World Order

Description

The Grawemeyer Award for Ideas Improving World Order is given to those who have taken on issues of world importance and presented viewpoints that could lead to a more just and peaceful world. Each idea supports one noble cause: to inspire us all to work together for the common good.

The Award is presented annually to the winner of a competition designed to stimulate the recognition, dissemination and critical analysis of outstanding proposals for improving world order.

Prize Amount
The Grawemeyer Award in World Order is accompanied by a prize of $100,000, which is presented in full during the awards ceremony.

Eligibility
Submissions will be judged according to originality, feasibility and potential impact, not by the cumulative record of the nominee. They may address a wide range of global concerns including foreign policy and its formation; the conduct of international relations or world politics; global economic issues, such as world trade and investment; resolution of regional, ethnic or racial conflicts; the proliferation of destructive technologies; global cooperation on environmental protection or other important issues; international law and organization; any combination or particular aspects of these, or any other suitable idea which could at least incrementally lead to a more just and peaceful world order.

History

Professors of political science Paul Weber and Landis Jones, who both had taught Charles Grawemeyer in his retirement years, met with him when they learned of his interest in creating an award in political science. Weber and Jones were optimistic but puzzled. They had taught Mr. Grawemeyer radically different courses but thought of him as a provocative and thoughtful student. He did everything the young students did except take the exams. He even bought all the books and, when finished, gave them to the professors to pass on to deserving students the following semester.

In their meeting, Grawemeyer got to the point, Weber recalled. He wanted to fund a prize in international political science, “something like the Nobel, only better.” Grawemeyer had studied the Nobel and saw its value for recognizing people who have done something. “Who can be like Martin Luther King or Mother Teresa?” Weber recalled Grawemeyer pondering. It was clear Grawemeyer liked ideas that might make a difference. According to Weber, Grawemeyer told them, “Peace is a good idea, but it’s too narrow. We need justice, too, and well-ordered societies all across the world. I’d like to reward ideas that get us closer to that.”

The first Grawemeyer Award for Ideas Improving World Order was shared in 1988 by two Harvard professors: Richard Neustadt and Ernest May. Their work, “Thinking In Time: The Uses of History for Decision-Making,” uses 30 case studies to challenge political decision makers to use their experiences and those of hundreds of historic figures, in disciplined thought patterns, to govern, manage and exercise authority.

The Nomination Process

Criteria For Judging Nominations
The university committee overseeing the award invites nominations from throughout the world by individual political scientists expert in the area, by professional associations of political scientists or related disciplines in international relations, by university presidents or by publishers and editors of journals and books in political science and world affairs. Self- nominations will not be considered.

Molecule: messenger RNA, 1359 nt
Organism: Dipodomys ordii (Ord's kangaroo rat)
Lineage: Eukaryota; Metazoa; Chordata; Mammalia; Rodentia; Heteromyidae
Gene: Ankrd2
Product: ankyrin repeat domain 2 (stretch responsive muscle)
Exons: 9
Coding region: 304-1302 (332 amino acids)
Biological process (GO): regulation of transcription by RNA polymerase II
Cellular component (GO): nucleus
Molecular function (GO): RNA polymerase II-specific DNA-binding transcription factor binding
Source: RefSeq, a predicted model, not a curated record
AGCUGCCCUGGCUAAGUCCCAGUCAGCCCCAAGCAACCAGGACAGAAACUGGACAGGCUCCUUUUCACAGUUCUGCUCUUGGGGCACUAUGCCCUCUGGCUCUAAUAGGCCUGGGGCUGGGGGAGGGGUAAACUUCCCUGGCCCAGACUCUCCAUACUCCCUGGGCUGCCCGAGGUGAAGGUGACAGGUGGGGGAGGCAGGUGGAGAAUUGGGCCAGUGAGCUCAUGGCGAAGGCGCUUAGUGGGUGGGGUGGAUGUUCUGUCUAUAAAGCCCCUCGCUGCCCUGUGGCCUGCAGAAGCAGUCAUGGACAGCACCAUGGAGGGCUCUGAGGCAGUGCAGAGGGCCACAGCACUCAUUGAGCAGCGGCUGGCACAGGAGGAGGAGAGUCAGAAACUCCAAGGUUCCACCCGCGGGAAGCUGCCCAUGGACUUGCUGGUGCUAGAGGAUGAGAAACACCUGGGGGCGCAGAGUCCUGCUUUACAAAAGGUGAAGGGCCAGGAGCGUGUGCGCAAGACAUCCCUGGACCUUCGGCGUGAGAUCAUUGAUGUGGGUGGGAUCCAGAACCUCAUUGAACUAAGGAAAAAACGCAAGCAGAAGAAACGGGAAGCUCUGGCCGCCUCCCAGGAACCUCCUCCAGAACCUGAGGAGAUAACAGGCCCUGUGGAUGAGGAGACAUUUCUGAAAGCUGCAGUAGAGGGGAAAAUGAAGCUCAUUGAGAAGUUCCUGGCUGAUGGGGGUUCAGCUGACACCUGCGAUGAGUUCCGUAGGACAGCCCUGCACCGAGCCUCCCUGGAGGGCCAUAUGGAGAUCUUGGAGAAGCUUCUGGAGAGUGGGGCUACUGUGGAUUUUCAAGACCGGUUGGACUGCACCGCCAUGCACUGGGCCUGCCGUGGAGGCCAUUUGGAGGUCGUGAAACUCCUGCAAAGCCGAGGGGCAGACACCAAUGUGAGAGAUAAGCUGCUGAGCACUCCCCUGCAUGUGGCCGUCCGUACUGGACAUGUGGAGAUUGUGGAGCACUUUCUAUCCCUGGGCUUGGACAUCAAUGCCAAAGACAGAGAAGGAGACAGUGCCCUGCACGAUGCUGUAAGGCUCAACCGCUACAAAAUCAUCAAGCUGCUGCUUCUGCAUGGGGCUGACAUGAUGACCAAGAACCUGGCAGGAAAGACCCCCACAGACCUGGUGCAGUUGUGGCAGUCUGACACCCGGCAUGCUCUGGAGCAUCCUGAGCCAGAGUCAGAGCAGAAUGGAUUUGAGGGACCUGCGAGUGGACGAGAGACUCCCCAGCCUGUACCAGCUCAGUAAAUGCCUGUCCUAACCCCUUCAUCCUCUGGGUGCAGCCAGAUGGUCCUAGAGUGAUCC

Nomination Process
Each nomination letter must be submitted in English and be accompanied by a nomination form. The nominator must briefly explain the significance of the nomination and why it is presumed worthy of the award. The idea or ideas considered may be found in printed books and articles in scholarly or distinguished journals, and also in public speeches or other widely and publicly disseminated documents so long as they first appeared between January 2012 and December 2016. All submissions shall include the following:

        • Four (4) copies of the idea as published in book form, article or speech (written text or transcript) including all standard bibliographic citations and copyright citations. Nominations not in English must be accompanied by an English summary or abstract and a translation of the most essential parts.
        • Biographical materials about the author(s) of the idea or about the group or institution if the idea is the product of such an entity.
        • Acknowledgment that one copy of all materials submitted will become a part of the permanent university archives.
        • Independent supporting materials such as book reviews and newspaper articles are encouraged. Usually, solicited letters of support are not very helpful.

Deadline
Entries must be submitted in four copies and accompanied by a nomination form, nominator’s letter, biographical sketch of nominee and agreement that the material will be placed in university archives. Non-English entries must be translated. All nominations for the 2017 Grawemeyer Award for Ideas Improving World Order should reach the University of Louisville by January 31, 2017 and all supporting materials (books, articles, speeches, reviews) are due by February 28, 2017. Nominated works must have appeared between January 2012 and December 2016.

The Review Process
Following a rigorous screening process, three finalists will be recommended to the University of Louisville award committee. This committee, consisting of the president of the university, the dean of Arts and Sciences, the chair of the Department of Political Science and up to four persons named by the president, will select the winning submission for the award. Upon recommendation by the president of the university, the university Board of Trustees will grant the award.

Restrictions
Ideas or achievements must have been presented or published within the past five years. Nominations may be made by colleagues or publishers; self-nomination is not allowed. Generally, edited books are not considered. Previous winners are not eligible for nomination a second time.

Selection
Initial screening by a committee of political scientists, followed by peer review by prominent experts. Secondary screening by a jury of three prominent political scientists, statesmen, journalists, economists, lawyers or military experts. Final screening by U of L president, College of Arts and Sciences dean, political science chairman and up to four others named by the Faculty Director. University trustees approve final recommendation.

For More Information
Nominations and requests for further information should be sent to:
Dr. Charles Ziegler
Faculty Director
Grawemeyer Award for Ideas Improving World Order